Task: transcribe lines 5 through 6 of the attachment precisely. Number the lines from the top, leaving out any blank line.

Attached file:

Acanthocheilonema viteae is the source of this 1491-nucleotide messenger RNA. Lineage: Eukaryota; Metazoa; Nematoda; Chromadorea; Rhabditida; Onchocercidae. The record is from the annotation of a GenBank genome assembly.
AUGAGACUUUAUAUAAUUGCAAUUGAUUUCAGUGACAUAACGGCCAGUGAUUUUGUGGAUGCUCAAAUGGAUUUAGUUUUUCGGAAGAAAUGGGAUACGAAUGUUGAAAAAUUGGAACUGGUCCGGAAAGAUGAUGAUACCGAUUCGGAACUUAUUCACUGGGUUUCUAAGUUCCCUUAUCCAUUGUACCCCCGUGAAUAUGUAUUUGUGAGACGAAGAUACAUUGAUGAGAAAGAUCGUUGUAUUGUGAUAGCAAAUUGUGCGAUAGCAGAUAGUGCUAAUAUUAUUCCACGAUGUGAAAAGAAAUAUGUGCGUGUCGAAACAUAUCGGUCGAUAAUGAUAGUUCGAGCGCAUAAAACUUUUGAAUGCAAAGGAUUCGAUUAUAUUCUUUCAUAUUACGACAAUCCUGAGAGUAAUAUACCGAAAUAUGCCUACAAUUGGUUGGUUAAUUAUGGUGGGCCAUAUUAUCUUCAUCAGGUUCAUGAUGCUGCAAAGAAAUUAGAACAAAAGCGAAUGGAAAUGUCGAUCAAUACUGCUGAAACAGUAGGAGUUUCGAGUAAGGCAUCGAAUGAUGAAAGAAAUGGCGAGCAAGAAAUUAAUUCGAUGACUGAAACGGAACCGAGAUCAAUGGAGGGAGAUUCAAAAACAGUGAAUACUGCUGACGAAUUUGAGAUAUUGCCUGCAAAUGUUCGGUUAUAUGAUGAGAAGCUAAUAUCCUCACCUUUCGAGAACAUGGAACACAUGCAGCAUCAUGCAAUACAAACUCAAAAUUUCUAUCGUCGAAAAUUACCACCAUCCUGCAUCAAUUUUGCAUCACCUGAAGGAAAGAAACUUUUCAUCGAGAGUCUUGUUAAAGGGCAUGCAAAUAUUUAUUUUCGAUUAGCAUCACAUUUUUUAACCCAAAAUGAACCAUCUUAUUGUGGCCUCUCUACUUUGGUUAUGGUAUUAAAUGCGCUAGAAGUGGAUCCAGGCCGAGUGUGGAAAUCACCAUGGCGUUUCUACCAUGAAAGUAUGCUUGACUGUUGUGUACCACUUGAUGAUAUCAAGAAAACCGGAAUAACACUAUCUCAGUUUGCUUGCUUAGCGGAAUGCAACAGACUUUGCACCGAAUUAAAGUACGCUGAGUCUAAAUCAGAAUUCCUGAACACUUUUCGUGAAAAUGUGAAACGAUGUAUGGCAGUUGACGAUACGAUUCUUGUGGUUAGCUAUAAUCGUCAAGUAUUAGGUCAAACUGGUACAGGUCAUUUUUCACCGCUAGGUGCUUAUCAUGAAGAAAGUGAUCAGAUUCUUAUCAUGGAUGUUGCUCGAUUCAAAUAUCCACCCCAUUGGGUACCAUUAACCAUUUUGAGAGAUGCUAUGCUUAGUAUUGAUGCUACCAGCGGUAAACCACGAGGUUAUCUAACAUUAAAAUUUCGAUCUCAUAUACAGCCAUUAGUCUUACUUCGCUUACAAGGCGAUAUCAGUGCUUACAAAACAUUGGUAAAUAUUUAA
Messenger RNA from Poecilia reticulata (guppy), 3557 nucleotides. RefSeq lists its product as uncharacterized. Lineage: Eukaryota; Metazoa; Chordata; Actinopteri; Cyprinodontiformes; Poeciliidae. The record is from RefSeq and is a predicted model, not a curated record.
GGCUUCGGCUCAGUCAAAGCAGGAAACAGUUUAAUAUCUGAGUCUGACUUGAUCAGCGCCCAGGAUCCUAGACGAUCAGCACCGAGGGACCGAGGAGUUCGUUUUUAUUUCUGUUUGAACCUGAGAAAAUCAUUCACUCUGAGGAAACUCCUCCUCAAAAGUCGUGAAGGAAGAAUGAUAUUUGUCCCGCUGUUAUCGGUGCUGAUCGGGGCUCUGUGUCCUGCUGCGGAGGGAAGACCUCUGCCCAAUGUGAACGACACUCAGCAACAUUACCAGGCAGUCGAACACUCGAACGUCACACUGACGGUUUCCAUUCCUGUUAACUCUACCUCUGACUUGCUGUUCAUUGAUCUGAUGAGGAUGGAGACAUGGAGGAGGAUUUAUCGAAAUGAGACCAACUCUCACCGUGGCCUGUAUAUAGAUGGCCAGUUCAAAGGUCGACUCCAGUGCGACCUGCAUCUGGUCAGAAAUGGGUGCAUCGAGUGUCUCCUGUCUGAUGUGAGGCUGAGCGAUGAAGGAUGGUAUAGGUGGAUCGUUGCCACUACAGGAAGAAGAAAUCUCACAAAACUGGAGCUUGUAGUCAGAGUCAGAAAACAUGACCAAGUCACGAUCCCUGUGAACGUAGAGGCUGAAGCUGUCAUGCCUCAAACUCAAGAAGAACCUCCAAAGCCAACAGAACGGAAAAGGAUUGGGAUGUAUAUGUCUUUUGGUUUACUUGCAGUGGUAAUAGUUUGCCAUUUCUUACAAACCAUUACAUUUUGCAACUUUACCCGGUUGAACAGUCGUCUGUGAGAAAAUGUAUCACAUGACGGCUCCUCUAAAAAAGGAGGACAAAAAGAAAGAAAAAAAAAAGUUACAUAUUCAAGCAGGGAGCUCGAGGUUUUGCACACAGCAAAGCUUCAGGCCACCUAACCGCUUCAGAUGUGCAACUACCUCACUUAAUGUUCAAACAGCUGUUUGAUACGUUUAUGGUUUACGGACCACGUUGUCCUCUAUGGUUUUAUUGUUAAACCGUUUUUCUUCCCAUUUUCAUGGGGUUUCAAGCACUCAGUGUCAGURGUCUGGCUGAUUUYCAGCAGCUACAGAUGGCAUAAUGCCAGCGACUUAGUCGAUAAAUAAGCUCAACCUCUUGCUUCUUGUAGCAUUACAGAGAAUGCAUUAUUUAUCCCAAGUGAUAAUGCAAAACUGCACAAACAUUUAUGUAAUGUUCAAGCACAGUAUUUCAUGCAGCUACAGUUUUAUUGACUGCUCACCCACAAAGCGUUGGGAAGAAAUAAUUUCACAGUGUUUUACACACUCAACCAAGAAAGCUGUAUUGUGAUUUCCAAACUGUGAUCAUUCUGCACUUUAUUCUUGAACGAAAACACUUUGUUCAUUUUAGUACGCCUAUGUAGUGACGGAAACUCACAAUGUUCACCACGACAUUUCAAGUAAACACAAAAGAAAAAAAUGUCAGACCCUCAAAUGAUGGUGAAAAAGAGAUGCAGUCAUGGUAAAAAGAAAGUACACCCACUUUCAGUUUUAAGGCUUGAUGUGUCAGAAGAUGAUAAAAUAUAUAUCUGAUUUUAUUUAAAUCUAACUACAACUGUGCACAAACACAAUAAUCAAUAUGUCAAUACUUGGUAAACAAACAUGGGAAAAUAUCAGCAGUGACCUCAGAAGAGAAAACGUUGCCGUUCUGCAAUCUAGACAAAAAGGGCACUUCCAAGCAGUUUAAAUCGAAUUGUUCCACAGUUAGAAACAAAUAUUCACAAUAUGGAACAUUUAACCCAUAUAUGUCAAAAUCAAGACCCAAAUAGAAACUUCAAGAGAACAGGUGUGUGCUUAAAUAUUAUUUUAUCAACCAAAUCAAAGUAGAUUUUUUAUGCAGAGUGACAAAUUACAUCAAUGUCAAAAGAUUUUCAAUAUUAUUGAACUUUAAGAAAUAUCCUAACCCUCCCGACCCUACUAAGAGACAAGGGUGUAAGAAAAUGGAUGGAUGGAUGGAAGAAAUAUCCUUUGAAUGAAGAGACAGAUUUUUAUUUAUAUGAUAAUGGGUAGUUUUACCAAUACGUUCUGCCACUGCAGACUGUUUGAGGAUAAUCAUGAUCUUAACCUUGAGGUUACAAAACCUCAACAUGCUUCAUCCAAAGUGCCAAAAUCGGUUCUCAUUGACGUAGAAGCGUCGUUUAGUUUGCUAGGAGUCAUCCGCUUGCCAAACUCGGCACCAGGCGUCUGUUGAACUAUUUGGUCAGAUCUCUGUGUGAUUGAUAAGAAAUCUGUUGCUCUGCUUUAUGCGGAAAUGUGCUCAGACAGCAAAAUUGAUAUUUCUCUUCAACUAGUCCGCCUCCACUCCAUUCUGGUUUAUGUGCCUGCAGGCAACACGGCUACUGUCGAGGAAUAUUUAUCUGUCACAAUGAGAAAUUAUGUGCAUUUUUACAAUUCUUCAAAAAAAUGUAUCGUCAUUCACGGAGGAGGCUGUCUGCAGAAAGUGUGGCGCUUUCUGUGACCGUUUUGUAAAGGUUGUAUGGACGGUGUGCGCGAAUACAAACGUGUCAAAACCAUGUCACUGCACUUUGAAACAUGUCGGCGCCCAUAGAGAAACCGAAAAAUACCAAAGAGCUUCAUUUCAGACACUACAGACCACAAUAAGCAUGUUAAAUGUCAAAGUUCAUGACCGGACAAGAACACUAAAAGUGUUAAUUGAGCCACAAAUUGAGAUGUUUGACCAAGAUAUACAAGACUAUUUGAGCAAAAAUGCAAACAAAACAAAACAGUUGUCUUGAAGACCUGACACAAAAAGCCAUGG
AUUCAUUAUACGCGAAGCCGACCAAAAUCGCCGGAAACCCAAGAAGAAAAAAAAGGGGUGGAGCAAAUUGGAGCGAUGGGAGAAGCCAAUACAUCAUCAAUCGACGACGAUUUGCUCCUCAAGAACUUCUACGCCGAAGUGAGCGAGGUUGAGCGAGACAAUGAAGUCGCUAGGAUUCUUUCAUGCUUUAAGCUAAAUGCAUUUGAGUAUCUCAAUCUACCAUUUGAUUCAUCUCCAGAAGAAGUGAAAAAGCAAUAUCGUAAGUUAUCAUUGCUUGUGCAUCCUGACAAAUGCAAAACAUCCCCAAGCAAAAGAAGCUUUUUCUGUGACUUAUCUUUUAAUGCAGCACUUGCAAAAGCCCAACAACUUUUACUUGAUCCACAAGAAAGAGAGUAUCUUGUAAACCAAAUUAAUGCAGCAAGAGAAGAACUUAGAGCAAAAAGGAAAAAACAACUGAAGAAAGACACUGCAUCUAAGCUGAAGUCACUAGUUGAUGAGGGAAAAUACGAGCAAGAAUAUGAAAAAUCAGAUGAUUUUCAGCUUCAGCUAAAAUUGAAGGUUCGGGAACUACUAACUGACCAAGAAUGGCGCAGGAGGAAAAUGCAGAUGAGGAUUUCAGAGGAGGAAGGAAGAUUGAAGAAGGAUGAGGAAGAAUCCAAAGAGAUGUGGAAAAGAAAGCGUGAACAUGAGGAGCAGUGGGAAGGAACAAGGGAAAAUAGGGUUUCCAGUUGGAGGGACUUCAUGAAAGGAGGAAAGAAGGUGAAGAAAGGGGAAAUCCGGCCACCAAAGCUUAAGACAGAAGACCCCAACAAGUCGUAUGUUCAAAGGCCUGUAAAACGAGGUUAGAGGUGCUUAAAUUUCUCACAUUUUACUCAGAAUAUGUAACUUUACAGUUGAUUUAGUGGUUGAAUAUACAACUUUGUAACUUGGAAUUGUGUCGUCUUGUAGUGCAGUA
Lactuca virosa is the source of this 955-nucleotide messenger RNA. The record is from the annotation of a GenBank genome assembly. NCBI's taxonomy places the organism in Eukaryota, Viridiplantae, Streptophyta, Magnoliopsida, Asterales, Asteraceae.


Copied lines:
AUUCAUUAUACGCGAAGCCGACCAAAAUCGCCGGAAACCCAAGAAGAAAAAAAAGGGGUGGAGCAAAUUGGAGCGAUGGGAGAAGCCAAUACAUCAUCAAUCGACGACGAUUUGCUCCUCAAGAACUUCUACGCCGAAGUGAGCGAGGUUGAGCGAGACAAUGAAGUCGCUAGGAUUCUUUCAUGCUUUAAGCUAAAUGCAUUUGAGUAUCUCAAUCUACCAUUUGAUUCAUCUCCAGAAGAAGUGAAAAAGCAAUAUCGUAAGUUAUCAUUGCUUGUGCAUCCUGACAAAUGCAAAACAUCCCCAAGCAAAAGAAGCUUUUUCUGUGACUUAUCUUUUAAUGCAGCACUUGCAAAAGCCCAACAACUUUUACUUGAUCCACAAGAAAGAGAGUAUCUUGUAAACCAAAUUAAUGCAGCAAGAGAAGAACUUAGAGCAAAAAGGAAAAAACAACUGAAGAAAGACACUGCAUCUAAGCUGAAGUCACUAGUUGAUGAGGGAAAAUACGAGCAAGAAUAUGAAAAAUCAGAUGAUUUUCAGCUUCAGCUAAAAUUGAAGGUUCGGGAACUACUAACUGACCAAGAAUGGCGCAGGAGGAAAAUGCAGAUGAGGAUUUCAGAGGAGGAAGGAAGAUUGAAGAAGGAUGAGGAAGAAUCCAAAGAGAUGUGGAAAAGAAAGCGUGAACAUGAGGAGCAGUGGGAAGGAACAAGGGAAAAUAGGGUUUCCAGUUGGAGGGACUUCAUGAAAGGAGGAAAGAAGGUGAAGAAAGGGGAAAUCCGGCCACCAAAGCUUAAGACAGAAGACCCCAACAAGUCGUAUGUUCAAAGGCCUGUAAAACGAGGUUAGAGGUGCUUAAAUUUCUCACAUUUUACUCAGAAUAUGUAACUUUACAGUUGAUUUAGUGGUUGAAUAUACAACUUUGUAACUUGGAAUUGUGUCGUCUUGUAGUGCAGUA
Lactuca virosa is the source of this 955-nucleotide messenger RNA. The record is from the annotation of a GenBank genome assembly. NCBI's taxonomy places the organism in Eukaryota, Viridiplantae, Streptophyta, Magnoliopsida, Asterales, Asteraceae.